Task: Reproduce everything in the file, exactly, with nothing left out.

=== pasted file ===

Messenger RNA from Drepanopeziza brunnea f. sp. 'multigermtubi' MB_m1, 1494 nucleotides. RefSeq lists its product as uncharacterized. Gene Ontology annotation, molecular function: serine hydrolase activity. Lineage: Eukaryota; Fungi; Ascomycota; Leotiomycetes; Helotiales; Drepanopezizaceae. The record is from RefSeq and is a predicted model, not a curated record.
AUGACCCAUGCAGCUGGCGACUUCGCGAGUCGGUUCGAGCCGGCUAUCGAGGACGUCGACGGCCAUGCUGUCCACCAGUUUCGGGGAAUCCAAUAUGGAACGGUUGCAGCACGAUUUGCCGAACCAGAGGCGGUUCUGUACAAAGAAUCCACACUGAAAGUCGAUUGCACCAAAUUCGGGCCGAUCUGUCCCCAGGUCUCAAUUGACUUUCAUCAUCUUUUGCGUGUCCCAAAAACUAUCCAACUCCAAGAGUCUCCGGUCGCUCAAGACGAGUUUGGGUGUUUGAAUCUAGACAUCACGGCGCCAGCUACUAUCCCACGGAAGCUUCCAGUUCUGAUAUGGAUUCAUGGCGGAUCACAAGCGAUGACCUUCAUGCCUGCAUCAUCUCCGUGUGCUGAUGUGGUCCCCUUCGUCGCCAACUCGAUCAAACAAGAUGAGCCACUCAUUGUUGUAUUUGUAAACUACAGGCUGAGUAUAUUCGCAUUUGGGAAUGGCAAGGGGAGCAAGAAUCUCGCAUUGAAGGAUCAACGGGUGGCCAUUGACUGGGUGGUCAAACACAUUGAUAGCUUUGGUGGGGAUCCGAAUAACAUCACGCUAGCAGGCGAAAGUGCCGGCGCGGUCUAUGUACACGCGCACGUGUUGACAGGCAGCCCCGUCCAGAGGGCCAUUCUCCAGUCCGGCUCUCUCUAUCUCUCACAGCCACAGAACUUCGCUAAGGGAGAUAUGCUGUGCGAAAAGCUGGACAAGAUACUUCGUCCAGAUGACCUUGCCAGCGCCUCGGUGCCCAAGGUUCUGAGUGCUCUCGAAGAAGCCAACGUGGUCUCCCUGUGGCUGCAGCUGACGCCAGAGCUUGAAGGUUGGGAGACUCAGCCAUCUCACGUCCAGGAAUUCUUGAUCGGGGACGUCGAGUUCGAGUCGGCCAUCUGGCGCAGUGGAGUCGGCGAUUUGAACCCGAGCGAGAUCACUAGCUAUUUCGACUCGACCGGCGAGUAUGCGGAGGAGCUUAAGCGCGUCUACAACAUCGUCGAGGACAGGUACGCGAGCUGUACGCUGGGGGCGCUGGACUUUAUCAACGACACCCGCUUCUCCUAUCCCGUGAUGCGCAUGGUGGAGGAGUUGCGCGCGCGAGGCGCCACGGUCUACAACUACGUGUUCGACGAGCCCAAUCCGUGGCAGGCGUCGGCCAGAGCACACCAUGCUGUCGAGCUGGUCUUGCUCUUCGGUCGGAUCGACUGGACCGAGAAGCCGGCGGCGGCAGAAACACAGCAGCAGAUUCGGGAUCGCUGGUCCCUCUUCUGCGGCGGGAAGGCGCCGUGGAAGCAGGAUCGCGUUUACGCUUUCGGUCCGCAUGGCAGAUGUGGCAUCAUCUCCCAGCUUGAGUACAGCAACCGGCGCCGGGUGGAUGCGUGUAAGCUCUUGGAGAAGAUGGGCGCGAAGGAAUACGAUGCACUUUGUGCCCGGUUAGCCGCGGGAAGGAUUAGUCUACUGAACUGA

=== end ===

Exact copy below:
Messenger RNA from Drepanopeziza brunnea f. sp. 'multigermtubi' MB_m1, 1494 nucleotides. RefSeq lists its product as uncharacterized. Gene Ontology annotation, molecular function: serine hydrolase activity. Lineage: Eukaryota; Fungi; Ascomycota; Leotiomycetes; Helotiales; Drepanopezizaceae. The record is from RefSeq and is a predicted model, not a curated record.
AUGACCCAUGCAGCUGGCGACUUCGCGAGUCGGUUCGAGCCGGCUAUCGAGGACGUCGACGGCCAUGCUGUCCACCAGUUUCGGGGAAUCCAAUAUGGAACGGUUGCAGCACGAUUUGCCGAACCAGAGGCGGUUCUGUACAAAGAAUCCACACUGAAAGUCGAUUGCACCAAAUUCGGGCCGAUCUGUCCCCAGGUCUCAAUUGACUUUCAUCAUCUUUUGCGUGUCCCAAAAACUAUCCAACUCCAAGAGUCUCCGGUCGCUCAAGACGAGUUUGGGUGUUUGAAUCUAGACAUCACGGCGCCAGCUACUAUCCCACGGAAGCUUCCAGUUCUGAUAUGGAUUCAUGGCGGAUCACAAGCGAUGACCUUCAUGCCUGCAUCAUCUCCGUGUGCUGAUGUGGUCCCCUUCGUCGCCAACUCGAUCAAACAAGAUGAGCCACUCAUUGUUGUAUUUGUAAACUACAGGCUGAGUAUAUUCGCAUUUGGGAAUGGCAAGGGGAGCAAGAAUCUCGCAUUGAAGGAUCAACGGGUGGCCAUUGACUGGGUGGUCAAACACAUUGAUAGCUUUGGUGGGGAUCCGAAUAACAUCACGCUAGCAGGCGAAAGUGCCGGCGCGGUCUAUGUACACGCGCACGUGUUGACAGGCAGCCCCGUCCAGAGGGCCAUUCUCCAGUCCGGCUCUCUCUAUCUCUCACAGCCACAGAACUUCGCUAAGGGAGAUAUGCUGUGCGAAAAGCUGGACAAGAUACUUCGUCCAGAUGACCUUGCCAGCGCCUCGGUGCCCAAGGUUCUGAGUGCUCUCGAAGAAGCCAACGUGGUCUCCCUGUGGCUGCAGCUGACGCCAGAGCUUGAAGGUUGGGAGACUCAGCCAUCUCACGUCCAGGAAUUCUUGAUCGGGGACGUCGAGUUCGAGUCGGCCAUCUGGCGCAGUGGAGUCGGCGAUUUGAACCCGAGCGAGAUCACUAGCUAUUUCGACUCGACCGGCGAGUAUGCGGAGGAGCUUAAGCGCGUCUACAACAUCGUCGAGGACAGGUACGCGAGCUGUACGCUGGGGGCGCUGGACUUUAUCAACGACACCCGCUUCUCCUAUCCCGUGAUGCGCAUGGUGGAGGAGUUGCGCGCGCGAGGCGCCACGGUCUACAACUACGUGUUCGACGAGCCCAAUCCGUGGCAGGCGUCGGCCAGAGCACACCAUGCUGUCGAGCUGGUCUUGCUCUUCGGUCGGAUCGACUGGACCGAGAAGCCGGCGGCGGCAGAAACACAGCAGCAGAUUCGGGAUCGCUGGUCCCUCUUCUGCGGCGGGAAGGCGCCGUGGAAGCAGGAUCGCGUUUACGCUUUCGGUCCGCAUGGCAGAUGUGGCAUCAUCUCCCAGCUUGAGUACAGCAACCGGCGCCGGGUGGAUGCGUGUAAGCUCUUGGAGAAGAUGGGCGCGAAGGAAUACGAUGCACUUUGUGCCCGGUUAGCCGCGGGAAGGAUUAGUCUACUGAACUGA